Just visible at the center next to clergy in ceremonial robes is the august personage of Grand Duke Konstantin Konstantinovich, who died in June 1915. Also in attendance was Grand Duchess Elizabeth Feodorovna, killed by the Bolsheviks in July 1918 and subsequently canonized.

Headquarters of Belgorod Metropolitanate, with Trinity Church. Built on the site of Trinity Monastery. June 24, 2015

Not present, however, was Emperor Nicholas II, who had been in Kiev on a state visit a few days earlier. Accompanying him was Prime Minister Pyotr Stolypin, who was shot on Sept. 1 (old style) by a terrorist in front of the tsar during a performance of Rimsky-Korsakov’s opera “The Tale of Tsar Saltan”.

Despite hopes for his recovery, Stolypin died on Sept. 5, the day after Prokudin-Gorsky’s Belgorod photographs. Earlier in the year, Stolypin had expressed support for acquiring Prokudin-Gorsky’s photographic archive for the state, but with Stolypin’s death, the impetus for acquiring Prokudin-Gorsky’s collection waned. It ultimately vanished in the chaos of war and revolution, thus beginning the long, improbable saga that ultimately brought the collection to the Library of Congress.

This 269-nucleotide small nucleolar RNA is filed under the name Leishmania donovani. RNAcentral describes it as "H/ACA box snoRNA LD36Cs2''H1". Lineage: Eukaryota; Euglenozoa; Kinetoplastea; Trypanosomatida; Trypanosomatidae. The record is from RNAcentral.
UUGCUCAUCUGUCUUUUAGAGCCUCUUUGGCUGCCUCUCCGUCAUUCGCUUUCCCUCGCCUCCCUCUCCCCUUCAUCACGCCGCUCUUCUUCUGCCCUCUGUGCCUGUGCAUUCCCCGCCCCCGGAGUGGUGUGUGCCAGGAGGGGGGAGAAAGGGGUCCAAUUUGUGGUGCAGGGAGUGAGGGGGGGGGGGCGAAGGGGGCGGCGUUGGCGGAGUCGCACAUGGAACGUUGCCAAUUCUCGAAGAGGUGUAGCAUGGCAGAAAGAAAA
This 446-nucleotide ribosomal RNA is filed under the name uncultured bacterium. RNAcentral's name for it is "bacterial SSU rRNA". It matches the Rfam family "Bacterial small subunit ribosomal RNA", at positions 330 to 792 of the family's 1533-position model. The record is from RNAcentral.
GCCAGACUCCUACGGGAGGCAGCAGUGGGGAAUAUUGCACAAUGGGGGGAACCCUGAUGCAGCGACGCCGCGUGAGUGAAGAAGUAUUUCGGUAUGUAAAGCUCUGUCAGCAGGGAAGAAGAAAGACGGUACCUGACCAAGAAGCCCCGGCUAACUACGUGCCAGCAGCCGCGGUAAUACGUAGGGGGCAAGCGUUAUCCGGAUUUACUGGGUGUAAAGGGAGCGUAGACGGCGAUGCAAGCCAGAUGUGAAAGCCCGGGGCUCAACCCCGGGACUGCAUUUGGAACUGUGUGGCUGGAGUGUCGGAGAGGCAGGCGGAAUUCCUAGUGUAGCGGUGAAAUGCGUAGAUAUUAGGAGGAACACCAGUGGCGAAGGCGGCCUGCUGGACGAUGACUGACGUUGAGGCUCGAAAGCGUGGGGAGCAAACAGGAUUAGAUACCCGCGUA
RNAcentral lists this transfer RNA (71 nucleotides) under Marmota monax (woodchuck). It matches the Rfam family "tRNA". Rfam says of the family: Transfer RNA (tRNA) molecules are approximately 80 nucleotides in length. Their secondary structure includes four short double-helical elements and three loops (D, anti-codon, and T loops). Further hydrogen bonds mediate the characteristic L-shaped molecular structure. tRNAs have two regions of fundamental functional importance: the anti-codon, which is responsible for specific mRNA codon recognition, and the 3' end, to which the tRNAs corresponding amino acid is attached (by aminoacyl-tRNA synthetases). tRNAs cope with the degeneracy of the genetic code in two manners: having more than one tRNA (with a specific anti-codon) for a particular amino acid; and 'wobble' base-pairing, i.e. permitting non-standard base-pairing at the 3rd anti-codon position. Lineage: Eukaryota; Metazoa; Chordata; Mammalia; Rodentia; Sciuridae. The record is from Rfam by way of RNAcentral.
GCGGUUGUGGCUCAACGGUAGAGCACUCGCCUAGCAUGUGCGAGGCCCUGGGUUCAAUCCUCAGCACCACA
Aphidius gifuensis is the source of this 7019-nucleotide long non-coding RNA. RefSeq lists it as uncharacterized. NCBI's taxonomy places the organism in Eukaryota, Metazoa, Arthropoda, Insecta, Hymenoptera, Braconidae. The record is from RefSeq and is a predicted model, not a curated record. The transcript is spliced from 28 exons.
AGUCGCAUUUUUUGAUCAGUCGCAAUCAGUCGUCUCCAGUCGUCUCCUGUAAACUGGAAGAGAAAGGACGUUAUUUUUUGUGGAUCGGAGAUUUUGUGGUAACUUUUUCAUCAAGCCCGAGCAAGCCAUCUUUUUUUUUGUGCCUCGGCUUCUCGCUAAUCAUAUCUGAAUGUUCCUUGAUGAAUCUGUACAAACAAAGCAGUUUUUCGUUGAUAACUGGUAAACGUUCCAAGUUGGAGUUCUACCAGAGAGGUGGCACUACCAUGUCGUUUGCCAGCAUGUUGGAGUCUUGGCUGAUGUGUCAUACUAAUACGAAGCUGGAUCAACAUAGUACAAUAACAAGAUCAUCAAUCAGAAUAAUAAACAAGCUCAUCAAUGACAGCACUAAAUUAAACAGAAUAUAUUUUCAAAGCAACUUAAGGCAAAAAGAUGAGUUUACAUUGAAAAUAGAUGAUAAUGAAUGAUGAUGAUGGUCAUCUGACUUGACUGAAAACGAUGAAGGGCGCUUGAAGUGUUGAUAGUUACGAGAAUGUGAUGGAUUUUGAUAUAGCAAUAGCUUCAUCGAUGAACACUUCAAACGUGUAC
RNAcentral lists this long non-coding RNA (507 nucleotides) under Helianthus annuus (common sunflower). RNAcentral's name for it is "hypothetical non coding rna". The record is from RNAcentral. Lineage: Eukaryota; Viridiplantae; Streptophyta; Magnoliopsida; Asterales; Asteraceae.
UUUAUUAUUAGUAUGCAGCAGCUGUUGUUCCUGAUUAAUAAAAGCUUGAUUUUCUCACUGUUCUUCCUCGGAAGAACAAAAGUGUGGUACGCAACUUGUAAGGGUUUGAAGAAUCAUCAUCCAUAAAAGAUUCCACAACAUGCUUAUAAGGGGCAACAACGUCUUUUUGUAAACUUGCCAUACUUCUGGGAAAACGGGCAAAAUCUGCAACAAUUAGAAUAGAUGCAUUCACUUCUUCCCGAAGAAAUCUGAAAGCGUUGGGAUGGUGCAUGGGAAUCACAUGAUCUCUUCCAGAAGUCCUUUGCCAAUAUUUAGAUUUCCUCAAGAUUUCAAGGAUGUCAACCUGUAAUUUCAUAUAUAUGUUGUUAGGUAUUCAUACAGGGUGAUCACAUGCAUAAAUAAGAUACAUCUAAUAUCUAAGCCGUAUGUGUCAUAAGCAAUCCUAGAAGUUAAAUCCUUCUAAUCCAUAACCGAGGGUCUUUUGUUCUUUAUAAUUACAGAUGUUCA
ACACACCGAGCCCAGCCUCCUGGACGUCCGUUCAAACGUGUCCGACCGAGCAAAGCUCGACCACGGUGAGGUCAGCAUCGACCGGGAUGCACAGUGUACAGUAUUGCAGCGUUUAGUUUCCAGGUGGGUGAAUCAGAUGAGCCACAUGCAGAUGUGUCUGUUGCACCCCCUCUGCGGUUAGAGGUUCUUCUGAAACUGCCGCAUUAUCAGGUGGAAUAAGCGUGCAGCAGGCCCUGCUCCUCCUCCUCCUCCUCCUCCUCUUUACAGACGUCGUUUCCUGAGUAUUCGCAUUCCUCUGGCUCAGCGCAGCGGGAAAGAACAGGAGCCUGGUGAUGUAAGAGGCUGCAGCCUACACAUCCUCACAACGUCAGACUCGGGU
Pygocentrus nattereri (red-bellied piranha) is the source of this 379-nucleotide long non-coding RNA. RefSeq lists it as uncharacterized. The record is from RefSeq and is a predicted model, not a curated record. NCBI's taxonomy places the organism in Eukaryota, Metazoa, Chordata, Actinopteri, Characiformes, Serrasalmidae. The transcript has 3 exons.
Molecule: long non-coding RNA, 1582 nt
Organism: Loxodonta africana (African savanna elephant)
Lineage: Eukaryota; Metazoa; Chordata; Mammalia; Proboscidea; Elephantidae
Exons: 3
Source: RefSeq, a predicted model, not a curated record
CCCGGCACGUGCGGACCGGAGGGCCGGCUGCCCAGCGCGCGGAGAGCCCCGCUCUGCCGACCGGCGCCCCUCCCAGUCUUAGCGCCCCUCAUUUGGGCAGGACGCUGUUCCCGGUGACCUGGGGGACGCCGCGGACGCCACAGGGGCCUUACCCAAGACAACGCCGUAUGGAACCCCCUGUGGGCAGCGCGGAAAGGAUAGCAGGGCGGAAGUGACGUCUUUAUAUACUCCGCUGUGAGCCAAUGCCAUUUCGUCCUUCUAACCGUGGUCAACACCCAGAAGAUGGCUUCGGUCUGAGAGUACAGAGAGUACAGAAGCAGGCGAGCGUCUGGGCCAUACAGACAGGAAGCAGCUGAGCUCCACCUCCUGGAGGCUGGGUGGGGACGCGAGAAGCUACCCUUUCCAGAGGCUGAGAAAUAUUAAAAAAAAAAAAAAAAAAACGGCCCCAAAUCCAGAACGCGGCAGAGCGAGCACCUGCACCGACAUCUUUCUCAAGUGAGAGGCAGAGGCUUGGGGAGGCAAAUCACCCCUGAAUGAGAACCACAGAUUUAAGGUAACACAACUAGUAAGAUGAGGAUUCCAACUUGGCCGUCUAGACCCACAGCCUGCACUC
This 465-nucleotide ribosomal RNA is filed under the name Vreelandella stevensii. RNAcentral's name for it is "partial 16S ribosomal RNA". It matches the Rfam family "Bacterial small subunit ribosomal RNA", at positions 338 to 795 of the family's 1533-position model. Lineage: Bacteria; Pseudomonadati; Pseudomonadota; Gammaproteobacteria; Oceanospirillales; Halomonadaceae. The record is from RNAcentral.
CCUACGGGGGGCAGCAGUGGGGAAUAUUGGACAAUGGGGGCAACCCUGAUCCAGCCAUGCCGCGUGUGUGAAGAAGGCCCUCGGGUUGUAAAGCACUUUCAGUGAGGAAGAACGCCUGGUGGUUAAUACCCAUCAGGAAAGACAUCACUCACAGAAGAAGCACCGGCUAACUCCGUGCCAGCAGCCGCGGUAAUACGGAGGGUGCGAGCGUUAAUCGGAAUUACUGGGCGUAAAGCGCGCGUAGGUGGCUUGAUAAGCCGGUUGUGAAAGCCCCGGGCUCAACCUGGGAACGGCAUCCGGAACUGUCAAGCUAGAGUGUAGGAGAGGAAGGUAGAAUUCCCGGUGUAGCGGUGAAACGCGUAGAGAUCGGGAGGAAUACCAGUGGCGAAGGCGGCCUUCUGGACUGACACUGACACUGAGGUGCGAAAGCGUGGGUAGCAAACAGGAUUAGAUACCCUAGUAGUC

A difficult century

Chapel of St. Ioasaph of Belgorod. Built in 2011 on the site of Trinity Cathedral at the burial place of Ioasaph. June 24, 2015

Indeed, subsequent decades dealt harshly with everything depicted in Prokudin-Gorsky’s Belgorod views. The Trinity Monastery was closed in the early 1920s, and its cathedral was demolished in 1927. The relics of St. Ioasaph were transferred to a museum, and the remaining monastery buildings fell in the 1930s.